In the course of my research a rather obvious thought has come to me. The level and quality of Tudor and Jacobean research has grown in its complexity. As with everything in the world, the development of research ideas and theories increase in complexity as technology, communication, and theory develop and mature. In the case of the Reformation in England, the complexity has caused me to take an interesting journey.
I am reading (or re-reading) two books at the same time at the moment. Alexandra Walsham’s recent publication, The Reformation of the Landscape is a tour de force of religion, identity, memory and physical landscape research. She so easily integrates present and past research into a compelling and interesting book. I couldn’t put it down quite frankly. Concurrently, I am reading John Phillip’s The Reformation of Images: Destruction of Art in England, 1535-1660 from 1973. Again, this book is equally interesting and very straightforward, but also extremely useful for my work.
Both are books representative of their time. Phillip’s research is linear and yet necessary in that it lays out the historical and necessary steps which lead up to the social, legal, and physical changes that the Reformation brought about. Worship in the form that took place in religious buildings with religious images were undermined and ultimately destroyed during the duration of the period of change in the 16th century. Walsham looks at the social impact of the reformation by discussing not just the historical tradition in which the Reformation sits, but the totality of the impact on the landscape, and the impact on the history and memory, of the Reformation. Though she roughly outlines a linear timeframe, Walsham weaves local stories and traditions into a the history of the Reformation.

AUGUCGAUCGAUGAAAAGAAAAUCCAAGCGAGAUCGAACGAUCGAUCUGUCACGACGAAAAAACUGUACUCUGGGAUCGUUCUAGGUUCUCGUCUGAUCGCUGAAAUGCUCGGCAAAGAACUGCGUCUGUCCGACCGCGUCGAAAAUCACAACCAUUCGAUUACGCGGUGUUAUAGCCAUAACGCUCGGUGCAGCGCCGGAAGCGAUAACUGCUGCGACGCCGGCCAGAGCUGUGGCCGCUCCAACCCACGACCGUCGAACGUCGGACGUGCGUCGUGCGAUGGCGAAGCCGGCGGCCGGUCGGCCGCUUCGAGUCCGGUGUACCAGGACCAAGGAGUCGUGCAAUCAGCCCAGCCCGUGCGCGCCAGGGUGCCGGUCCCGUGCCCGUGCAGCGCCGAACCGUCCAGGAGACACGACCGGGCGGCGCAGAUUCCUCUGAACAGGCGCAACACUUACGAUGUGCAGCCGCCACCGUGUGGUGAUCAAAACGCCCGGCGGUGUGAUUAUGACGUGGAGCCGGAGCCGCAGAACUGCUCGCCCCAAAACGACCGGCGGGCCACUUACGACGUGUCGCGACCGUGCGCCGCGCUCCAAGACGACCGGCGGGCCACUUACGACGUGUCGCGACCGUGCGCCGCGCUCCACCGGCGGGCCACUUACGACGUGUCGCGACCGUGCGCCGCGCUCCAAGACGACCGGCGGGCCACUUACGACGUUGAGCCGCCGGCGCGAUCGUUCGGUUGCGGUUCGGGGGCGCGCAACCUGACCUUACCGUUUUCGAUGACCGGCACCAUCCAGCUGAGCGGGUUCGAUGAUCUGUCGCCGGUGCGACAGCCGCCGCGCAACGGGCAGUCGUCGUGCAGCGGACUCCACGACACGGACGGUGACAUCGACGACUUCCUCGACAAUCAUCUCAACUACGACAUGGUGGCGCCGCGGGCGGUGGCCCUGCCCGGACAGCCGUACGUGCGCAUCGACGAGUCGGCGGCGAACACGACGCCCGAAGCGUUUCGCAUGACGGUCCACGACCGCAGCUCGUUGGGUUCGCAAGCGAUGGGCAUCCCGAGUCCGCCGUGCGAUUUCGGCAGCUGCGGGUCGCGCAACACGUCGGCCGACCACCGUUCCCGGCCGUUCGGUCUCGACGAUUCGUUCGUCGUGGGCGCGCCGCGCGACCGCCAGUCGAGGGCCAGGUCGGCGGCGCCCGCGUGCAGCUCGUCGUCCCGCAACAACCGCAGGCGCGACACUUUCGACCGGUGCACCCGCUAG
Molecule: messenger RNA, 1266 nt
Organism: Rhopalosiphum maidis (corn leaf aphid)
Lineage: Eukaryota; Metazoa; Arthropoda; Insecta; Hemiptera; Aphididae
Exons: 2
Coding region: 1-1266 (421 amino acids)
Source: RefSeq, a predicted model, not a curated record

There has been a move in critical thinking from the linear retelling of history to a more socially holistic approach in history. This is clearly demonstrated from more recent phd publications and the call for papers at various conferences and seminars. But I often worry that the complexity of ever new ideas and arguments will outweigh the basic facts of church warden inventories or money spent on various parish projects. One wonders if there is too much complexity in Reformation history currently?